It is a google search to a site which presents a gif image, but there is a vb script which is presenting the gif image, and the vb script is being flagged by my Avast program as a "VBS:Script-gen" warning on //members.on.nimp.org/?u=timecop\unp233996323

Productivity... (4, Insightful)

Slashidiot (1179447) | more than 6 years ago | (#21610685)

I'm eagerly waiting for this to develope. It's all stuff that has been done by a government agency, but a private company is certainly bound to be more efficient and productive, lowering the costs of lunar travel. This is serious fuel for a new space war, when prices go down, and it ends up becoming something normal for the people. Let the free market do its thing.

It is following the exact path of civil aviation. I have high hopes of it developing in the same way.

Sorry, a bit of daydreaming is good for me... let the SciFi lover in me have a bit of fun.

Re:Productivity... (1)

Tony Hoyle (11698) | more than 6 years ago | (#21610761)

Firstly I doubt they could get the costs down that much.. Space flight is very complex and dangerous. Secondly the costs of entry to the market mean that it's likely to be a natural monopoly anyway, so competition won't exist in any meaningful sense (I also doubt there's any profit in it in the medium term so most companies wouldn't bother even if they could afford it - the 20 million prize wouldn't pay for a tenth of the development costs).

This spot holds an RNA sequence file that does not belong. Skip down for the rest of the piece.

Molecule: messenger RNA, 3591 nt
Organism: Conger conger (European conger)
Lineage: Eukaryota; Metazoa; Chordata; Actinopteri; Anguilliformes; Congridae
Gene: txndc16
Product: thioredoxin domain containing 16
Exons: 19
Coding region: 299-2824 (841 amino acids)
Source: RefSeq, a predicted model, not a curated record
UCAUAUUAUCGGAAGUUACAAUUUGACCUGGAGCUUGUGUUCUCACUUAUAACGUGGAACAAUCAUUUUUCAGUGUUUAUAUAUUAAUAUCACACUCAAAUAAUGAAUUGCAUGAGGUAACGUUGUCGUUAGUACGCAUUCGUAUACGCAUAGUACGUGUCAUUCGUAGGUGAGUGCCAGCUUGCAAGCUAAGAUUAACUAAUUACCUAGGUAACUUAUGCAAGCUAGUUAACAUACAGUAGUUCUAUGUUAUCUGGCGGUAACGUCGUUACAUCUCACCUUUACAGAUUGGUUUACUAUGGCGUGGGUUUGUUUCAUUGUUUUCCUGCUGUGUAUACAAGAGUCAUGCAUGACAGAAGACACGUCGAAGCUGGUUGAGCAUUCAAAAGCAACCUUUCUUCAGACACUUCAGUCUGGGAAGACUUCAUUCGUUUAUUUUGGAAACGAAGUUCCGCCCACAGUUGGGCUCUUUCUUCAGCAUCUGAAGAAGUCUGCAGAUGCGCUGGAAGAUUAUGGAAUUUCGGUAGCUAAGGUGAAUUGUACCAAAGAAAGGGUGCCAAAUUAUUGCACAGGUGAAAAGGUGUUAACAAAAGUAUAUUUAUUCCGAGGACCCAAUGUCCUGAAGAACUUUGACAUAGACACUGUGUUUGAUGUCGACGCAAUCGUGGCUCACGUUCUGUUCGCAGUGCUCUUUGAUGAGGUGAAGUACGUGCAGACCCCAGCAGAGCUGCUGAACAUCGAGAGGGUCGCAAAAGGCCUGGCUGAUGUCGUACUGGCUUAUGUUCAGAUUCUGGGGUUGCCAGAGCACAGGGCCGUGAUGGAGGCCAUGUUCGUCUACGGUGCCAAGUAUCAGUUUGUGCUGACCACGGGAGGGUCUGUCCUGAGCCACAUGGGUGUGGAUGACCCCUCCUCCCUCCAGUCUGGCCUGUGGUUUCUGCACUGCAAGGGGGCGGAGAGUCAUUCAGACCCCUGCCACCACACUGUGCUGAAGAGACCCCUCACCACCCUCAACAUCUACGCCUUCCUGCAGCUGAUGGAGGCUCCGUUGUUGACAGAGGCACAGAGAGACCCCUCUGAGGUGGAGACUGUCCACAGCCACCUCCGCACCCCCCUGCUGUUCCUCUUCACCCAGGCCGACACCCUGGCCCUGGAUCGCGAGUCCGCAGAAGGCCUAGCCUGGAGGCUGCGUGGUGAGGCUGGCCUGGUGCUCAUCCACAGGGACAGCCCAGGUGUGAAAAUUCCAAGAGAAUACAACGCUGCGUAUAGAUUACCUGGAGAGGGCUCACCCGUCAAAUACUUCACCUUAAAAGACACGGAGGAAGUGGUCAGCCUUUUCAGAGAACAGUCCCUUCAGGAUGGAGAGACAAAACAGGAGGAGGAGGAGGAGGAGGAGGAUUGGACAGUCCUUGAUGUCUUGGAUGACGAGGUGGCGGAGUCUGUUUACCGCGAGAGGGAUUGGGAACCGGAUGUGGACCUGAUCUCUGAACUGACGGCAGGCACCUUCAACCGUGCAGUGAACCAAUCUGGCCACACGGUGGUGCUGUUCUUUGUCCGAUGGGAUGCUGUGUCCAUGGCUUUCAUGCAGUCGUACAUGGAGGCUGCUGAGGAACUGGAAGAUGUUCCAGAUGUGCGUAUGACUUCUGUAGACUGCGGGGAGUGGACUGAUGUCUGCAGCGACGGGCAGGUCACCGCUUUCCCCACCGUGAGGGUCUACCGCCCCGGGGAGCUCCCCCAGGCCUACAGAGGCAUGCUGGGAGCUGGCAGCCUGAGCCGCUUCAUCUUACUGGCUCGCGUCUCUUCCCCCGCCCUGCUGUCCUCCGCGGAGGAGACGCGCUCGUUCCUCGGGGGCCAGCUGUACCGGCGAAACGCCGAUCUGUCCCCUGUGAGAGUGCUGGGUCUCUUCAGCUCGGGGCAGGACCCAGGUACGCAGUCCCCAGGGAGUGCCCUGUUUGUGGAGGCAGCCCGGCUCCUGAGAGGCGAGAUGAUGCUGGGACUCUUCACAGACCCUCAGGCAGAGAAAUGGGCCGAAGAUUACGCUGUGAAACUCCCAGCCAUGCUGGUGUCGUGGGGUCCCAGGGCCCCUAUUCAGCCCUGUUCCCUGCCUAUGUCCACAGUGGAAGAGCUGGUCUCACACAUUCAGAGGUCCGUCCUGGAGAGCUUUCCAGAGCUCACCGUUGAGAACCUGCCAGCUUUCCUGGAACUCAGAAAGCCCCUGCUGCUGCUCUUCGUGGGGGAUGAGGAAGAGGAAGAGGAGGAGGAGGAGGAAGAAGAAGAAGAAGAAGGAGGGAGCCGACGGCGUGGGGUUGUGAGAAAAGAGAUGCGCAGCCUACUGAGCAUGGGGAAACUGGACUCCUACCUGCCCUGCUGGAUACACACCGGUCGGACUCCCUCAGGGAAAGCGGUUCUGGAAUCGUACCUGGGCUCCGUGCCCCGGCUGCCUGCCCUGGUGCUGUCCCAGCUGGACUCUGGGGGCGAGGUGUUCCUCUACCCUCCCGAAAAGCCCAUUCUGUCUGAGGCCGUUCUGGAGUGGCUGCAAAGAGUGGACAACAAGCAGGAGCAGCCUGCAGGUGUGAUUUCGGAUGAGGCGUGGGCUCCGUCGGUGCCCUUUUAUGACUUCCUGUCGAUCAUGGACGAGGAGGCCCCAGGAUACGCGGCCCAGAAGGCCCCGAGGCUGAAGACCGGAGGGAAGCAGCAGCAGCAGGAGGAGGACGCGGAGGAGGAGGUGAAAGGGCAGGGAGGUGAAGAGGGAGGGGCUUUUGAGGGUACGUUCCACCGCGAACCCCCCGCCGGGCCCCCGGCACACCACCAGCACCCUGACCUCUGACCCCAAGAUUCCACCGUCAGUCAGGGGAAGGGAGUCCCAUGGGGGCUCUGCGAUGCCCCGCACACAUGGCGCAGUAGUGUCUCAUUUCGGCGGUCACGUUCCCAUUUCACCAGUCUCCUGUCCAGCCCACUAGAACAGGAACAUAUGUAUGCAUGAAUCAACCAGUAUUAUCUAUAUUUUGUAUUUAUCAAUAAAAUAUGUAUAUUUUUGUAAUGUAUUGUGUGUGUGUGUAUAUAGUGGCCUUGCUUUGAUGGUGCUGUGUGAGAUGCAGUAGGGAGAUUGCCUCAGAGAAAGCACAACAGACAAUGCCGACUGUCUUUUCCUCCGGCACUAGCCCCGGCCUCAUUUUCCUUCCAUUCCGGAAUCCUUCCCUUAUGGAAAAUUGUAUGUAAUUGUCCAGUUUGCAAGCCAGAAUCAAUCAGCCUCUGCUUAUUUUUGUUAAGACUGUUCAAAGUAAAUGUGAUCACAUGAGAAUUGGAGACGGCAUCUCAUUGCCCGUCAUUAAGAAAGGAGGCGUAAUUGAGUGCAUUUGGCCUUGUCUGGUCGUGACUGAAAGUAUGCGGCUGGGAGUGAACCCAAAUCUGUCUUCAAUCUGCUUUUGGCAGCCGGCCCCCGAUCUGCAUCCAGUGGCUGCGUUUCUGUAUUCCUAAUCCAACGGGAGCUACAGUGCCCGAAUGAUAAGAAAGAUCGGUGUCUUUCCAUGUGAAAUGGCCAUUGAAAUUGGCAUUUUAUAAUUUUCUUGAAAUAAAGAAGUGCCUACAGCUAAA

Re:Productivity... (3, Insightful)

Mutant321 (1112151) | more than 6 years ago | (#21610777)

Some people thought there'd be a world market for about 5 computers, for similar reasons. Wasn't even that long ago either.

Re:Productivity... (1)

your_neighbor (1193249) | more than 6 years ago | (#21611145)

Civil aviation was something complex and dangerous too! At the beggining, aircraft had "militar" genes, reusing bombers wings etc. Maybe it can evolve, although I cant see actually great economical use of such technology... space tourism? Its usually something that comes after commercial exploration! Get ships-> War, commerce, fun Get planes-> War, commerce, fun Get steam engines -> War, commerce, fun etc I cant see where commerce appears in space exploration.

Re:Productivity... (2, Interesting)

flappinbooger (574405) | more than 6 years ago | (#21614835)

Space flight is very complex and dangerous.

So, how did it happen the way it did the first time? (moon 1.0)

With computing power on par with an 86 Chevy Citation and slide rules, how did we send living breathing men to the moon, and bring them back, without a hitch?

I'm not saying we didn't, just that either it wasn't that hard, or there is more to the story as to how hard it really was, or some reason why it's "so hard" now. It's been almost 40 years, I'm just asking why it hasn't been done since. Is it cost? Red tape? Why?